“ll communities and language groups(this includes those who use English as their first language) must be made to feel that this country belongs to all of them.”

    I agree completely but please keep in mind that the racism displayed by some Sinhalese is similar to the racism displayed by some Tamils in claiming exclusive Tamil homelands etc. as evidenced by the tremendous death and destruction that its pursuit entailed. The point is not for your observation to degenerate into an exercise in apportioning blame but to note that at the moment, we have two groups of people who are actively undermining our efforts to form a plural society. Both of these types of mentalities must be defeated if we are to ever succeed as they create a mutually reinforcing cycle of insanity.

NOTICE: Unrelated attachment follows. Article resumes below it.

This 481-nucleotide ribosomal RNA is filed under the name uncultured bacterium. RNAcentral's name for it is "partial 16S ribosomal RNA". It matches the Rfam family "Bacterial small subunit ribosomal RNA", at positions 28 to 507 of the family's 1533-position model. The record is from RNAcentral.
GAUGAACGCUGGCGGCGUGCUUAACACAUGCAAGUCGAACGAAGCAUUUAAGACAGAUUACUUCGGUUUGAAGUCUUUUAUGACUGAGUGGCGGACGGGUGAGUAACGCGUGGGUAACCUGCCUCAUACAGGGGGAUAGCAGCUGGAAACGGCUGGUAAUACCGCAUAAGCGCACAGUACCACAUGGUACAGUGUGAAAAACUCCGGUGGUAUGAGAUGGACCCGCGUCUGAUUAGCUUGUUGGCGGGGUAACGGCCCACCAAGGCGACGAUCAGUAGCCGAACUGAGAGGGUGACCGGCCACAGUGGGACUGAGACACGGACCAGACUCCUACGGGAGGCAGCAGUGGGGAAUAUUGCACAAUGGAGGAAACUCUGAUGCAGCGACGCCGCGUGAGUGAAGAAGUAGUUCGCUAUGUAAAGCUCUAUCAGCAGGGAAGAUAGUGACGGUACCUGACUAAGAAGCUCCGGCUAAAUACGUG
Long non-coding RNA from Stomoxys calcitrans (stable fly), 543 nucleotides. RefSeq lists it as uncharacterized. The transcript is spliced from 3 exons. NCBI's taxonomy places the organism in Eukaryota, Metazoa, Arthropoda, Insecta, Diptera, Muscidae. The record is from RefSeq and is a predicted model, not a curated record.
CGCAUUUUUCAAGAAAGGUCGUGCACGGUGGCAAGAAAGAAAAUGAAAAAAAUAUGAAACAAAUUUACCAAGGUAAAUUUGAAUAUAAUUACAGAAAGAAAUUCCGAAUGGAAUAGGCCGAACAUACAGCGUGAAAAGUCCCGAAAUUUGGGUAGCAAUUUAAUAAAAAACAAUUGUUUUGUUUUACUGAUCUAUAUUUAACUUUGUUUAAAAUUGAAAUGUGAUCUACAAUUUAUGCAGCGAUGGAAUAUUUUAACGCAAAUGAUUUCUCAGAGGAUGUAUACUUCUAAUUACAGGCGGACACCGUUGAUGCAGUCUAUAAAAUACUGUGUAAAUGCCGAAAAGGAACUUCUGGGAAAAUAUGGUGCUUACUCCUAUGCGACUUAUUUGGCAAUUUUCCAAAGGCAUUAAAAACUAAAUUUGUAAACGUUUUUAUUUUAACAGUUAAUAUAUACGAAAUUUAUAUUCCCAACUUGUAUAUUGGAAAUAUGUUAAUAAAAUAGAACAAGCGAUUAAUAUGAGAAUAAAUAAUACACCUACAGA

• jayathilaka

    it is a grat plight that even after three insurrections in 1971 ,1989 in south and and a long dragged war for about 30 years from 1972-2008.the leaders in sri lanka has not taken seriously the situation .in stead they are repeating the same mistake .instead of addressing the burning issues of the people they are trying to capitaze on war victories to win their narrow political gains.The need of the hour is to focuss on restoring democracy,supplying the basic needs for the IDPs and to find solutions to current issuessuch as umempoyment ,housing etc,etc in north and south but unfortunately things are not happening in that direction.but vise-versa.people never asked for a prsidential election ahead of two years but politicians have forced an unprecidented election on people.leaving aside all the other important issues.

  • SomewhatDisgusted

    Dear Michael,

    Thank your for this interesting article. You and Dayan J. are the two main analysts I enjoy reading on GV, not merely because of authority, but mainly because your observations are grounded in a thorough understanding of the realities in Sri Lanka and you present a pragmatic way forward. I hope you write more often.